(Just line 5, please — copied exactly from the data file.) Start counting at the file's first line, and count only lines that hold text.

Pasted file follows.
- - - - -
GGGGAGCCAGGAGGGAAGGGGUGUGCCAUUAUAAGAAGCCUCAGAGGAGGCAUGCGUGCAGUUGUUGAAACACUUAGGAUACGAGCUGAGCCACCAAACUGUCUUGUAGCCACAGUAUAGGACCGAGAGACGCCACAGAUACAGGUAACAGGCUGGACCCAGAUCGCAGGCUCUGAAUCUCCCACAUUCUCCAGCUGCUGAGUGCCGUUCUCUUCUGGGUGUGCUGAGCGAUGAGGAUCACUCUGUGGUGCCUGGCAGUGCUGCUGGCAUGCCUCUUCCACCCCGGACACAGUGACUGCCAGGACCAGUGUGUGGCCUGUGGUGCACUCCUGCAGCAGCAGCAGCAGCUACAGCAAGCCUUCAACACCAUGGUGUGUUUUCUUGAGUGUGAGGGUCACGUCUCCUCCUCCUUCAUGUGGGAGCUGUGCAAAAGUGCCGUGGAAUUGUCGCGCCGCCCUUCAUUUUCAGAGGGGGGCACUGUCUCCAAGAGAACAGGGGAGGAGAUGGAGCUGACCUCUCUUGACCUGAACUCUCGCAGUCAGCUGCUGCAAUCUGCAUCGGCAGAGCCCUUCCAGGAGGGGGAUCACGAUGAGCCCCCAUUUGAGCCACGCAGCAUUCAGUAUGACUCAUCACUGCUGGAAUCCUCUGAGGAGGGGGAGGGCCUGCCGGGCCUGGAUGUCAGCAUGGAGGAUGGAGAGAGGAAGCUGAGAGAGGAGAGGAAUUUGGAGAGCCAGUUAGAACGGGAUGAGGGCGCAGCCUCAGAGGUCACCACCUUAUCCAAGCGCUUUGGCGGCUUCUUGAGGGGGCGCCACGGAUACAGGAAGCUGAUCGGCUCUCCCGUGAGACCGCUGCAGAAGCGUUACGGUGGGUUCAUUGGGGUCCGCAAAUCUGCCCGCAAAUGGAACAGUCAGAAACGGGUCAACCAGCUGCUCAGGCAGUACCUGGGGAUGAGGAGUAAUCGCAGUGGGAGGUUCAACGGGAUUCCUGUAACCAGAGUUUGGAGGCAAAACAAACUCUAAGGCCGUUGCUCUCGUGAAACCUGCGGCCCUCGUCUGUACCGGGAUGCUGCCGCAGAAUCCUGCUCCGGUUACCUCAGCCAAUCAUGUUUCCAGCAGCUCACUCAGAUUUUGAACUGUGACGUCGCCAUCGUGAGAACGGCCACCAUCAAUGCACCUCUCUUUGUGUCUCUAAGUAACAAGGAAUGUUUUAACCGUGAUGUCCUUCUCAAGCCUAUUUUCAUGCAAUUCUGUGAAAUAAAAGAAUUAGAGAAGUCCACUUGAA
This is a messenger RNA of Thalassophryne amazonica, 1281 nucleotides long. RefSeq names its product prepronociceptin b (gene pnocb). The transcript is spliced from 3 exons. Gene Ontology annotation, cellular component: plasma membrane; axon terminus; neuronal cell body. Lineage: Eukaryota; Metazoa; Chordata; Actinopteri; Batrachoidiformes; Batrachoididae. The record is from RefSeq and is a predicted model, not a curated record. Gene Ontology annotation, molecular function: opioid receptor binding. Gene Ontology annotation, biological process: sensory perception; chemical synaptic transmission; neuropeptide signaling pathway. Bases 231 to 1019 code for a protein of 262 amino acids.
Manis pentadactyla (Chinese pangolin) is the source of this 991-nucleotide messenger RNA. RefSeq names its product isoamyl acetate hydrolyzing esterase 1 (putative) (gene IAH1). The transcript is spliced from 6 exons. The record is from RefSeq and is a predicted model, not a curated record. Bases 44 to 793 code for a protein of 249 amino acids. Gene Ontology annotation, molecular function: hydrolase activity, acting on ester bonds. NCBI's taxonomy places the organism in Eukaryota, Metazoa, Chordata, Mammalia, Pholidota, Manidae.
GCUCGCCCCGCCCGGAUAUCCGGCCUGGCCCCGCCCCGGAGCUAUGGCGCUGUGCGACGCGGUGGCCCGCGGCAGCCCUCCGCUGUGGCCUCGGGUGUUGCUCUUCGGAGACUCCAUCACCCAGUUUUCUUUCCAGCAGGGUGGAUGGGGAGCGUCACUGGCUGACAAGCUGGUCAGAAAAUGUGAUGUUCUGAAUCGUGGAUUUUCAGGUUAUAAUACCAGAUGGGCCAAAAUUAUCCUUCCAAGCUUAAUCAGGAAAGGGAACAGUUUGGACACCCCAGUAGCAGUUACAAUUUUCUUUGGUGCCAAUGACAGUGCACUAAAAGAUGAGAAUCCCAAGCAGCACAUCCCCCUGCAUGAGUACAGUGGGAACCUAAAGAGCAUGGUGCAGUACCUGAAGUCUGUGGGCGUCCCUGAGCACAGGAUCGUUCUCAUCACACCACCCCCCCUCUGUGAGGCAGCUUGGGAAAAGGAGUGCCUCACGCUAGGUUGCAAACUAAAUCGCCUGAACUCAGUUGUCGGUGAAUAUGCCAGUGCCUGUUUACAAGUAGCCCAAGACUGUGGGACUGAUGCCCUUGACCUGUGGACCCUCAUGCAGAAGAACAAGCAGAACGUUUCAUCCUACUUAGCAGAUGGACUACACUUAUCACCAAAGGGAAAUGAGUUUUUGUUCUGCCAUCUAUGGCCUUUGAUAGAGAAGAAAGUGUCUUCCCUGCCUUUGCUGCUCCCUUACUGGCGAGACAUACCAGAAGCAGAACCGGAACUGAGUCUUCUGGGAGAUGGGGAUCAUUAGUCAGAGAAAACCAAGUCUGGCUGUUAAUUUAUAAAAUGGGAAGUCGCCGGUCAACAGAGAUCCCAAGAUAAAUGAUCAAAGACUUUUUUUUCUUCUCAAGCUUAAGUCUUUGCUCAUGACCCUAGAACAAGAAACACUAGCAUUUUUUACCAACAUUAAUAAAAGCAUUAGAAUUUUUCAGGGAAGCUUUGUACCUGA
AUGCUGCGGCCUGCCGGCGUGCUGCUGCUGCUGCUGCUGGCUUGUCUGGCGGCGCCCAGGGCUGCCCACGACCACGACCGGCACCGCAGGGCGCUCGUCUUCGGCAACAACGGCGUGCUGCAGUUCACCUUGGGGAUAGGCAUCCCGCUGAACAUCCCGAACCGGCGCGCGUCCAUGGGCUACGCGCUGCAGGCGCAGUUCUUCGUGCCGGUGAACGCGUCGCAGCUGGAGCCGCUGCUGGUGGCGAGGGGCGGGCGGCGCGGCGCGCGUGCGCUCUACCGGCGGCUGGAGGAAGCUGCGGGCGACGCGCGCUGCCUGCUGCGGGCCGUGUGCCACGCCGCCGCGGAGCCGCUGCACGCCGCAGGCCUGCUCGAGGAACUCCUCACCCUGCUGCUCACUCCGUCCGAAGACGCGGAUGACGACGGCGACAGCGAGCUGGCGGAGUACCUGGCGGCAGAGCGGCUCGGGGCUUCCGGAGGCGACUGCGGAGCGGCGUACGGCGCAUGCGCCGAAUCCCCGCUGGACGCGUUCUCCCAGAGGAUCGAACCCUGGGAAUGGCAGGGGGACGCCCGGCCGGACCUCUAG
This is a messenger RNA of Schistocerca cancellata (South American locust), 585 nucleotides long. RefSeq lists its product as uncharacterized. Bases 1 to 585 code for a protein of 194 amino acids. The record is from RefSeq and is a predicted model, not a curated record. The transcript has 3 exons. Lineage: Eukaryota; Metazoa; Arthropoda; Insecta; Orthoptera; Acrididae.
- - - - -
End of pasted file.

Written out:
AUGCUGCGGCCUGCCGGCGUGCUGCUGCUGCUGCUGCUGGCUUGUCUGGCGGCGCCCAGGGCUGCCCACGACCACGACCGGCACCGCAGGGCGCUCGUCUUCGGCAACAACGGCGUGCUGCAGUUCACCUUGGGGAUAGGCAUCCCGCUGAACAUCCCGAACCGGCGCGCGUCCAUGGGCUACGCGCUGCAGGCGCAGUUCUUCGUGCCGGUGAACGCGUCGCAGCUGGAGCCGCUGCUGGUGGCGAGGGGCGGGCGGCGCGGCGCGCGUGCGCUCUACCGGCGGCUGGAGGAAGCUGCGGGCGACGCGCGCUGCCUGCUGCGGGCCGUGUGCCACGCCGCCGCGGAGCCGCUGCACGCCGCAGGCCUGCUCGAGGAACUCCUCACCCUGCUGCUCACUCCGUCCGAAGACGCGGAUGACGACGGCGACAGCGAGCUGGCGGAGUACCUGGCGGCAGAGCGGCUCGGGGCUUCCGGAGGCGACUGCGGAGCGGCGUACGGCGCAUGCGCCGAAUCCCCGCUGGACGCGUUCUCCCAGAGGAUCGAACCCUGGGAAUGGCAGGGGGACGCCCGGCCGGACCUCUAG